Purpose: Radiation therapy has been used successfully to treat pelvic malignancy but morbidity from hemorrhagic cystitis remains a major long-term sequela in 1 to 2% of patients. Obliterative endarteritis secondary to ionizing radiation leads to tissue hypoxia and poor healing. Hyperbaric oxygen therapy has been demonstrated to improve angiogenesis and promote healing in radiation injured tissue, including the bladder. We describe the treatment and long-term followup of a cohort of patients treated with hyperbaric oxygen for hemorrhagic cystitis.
Materials and methods: A total of 17 patients (mean age 62 years) with hemorrhagic cystitis received hyperbaric oxygen following failure of standard treatment modalities. Hyperbaric oxygen was administered on a once daily schedule (mean number of treatments 14) until hematuria resolved. Followup ranged from 9 to 60 months (mean 21).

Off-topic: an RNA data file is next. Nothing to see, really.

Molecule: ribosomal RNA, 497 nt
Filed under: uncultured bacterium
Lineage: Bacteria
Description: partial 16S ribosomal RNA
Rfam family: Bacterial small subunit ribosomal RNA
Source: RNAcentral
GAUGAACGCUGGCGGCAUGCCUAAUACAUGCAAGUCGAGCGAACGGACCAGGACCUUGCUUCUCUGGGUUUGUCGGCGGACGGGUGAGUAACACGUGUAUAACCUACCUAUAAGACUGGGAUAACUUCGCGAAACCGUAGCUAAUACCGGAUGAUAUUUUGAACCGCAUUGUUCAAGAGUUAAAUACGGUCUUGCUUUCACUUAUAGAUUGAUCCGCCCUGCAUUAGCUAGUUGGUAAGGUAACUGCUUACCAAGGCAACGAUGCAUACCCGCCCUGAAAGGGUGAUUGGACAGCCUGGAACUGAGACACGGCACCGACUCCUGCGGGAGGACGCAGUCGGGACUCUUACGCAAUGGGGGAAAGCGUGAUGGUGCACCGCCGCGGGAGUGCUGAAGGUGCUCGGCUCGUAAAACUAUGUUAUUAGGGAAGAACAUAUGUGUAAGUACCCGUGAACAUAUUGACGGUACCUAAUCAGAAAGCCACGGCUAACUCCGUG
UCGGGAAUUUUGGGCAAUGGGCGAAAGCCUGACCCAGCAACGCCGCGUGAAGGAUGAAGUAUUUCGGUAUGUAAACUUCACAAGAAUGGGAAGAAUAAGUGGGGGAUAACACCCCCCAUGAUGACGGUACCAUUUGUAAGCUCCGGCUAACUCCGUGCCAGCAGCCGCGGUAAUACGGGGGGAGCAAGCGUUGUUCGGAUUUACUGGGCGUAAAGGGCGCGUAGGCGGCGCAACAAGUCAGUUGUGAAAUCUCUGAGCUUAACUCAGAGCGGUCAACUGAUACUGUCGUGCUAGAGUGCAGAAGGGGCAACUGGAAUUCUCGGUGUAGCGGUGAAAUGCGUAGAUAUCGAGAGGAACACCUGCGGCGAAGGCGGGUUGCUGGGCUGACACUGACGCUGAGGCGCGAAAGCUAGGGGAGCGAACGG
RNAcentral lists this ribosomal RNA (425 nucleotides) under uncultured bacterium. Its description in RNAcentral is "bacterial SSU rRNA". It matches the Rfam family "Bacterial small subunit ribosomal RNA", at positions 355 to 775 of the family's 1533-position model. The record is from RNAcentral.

Results: Hematuria resolved completely in 11 of 17 patients (64%), 2 had only residual microscopic hematuria, 2 had improvement but died of complications relating to cancer shortly after completion of treatment and 2 had recurrence of gross hematuria. Early application of hyperbaric oxygen was associated with earlier resolution of hemorrhagic cystitis.
Conclusions: Radiation induced hemorrhagic cystitis that does not respond to standard regimens can be successfully treated with hyperbaric oxygen. This modality is well tolerated even in patients debilitated by advanced cancer and blood loss. Long-term remission can be achieved in the majority of patients.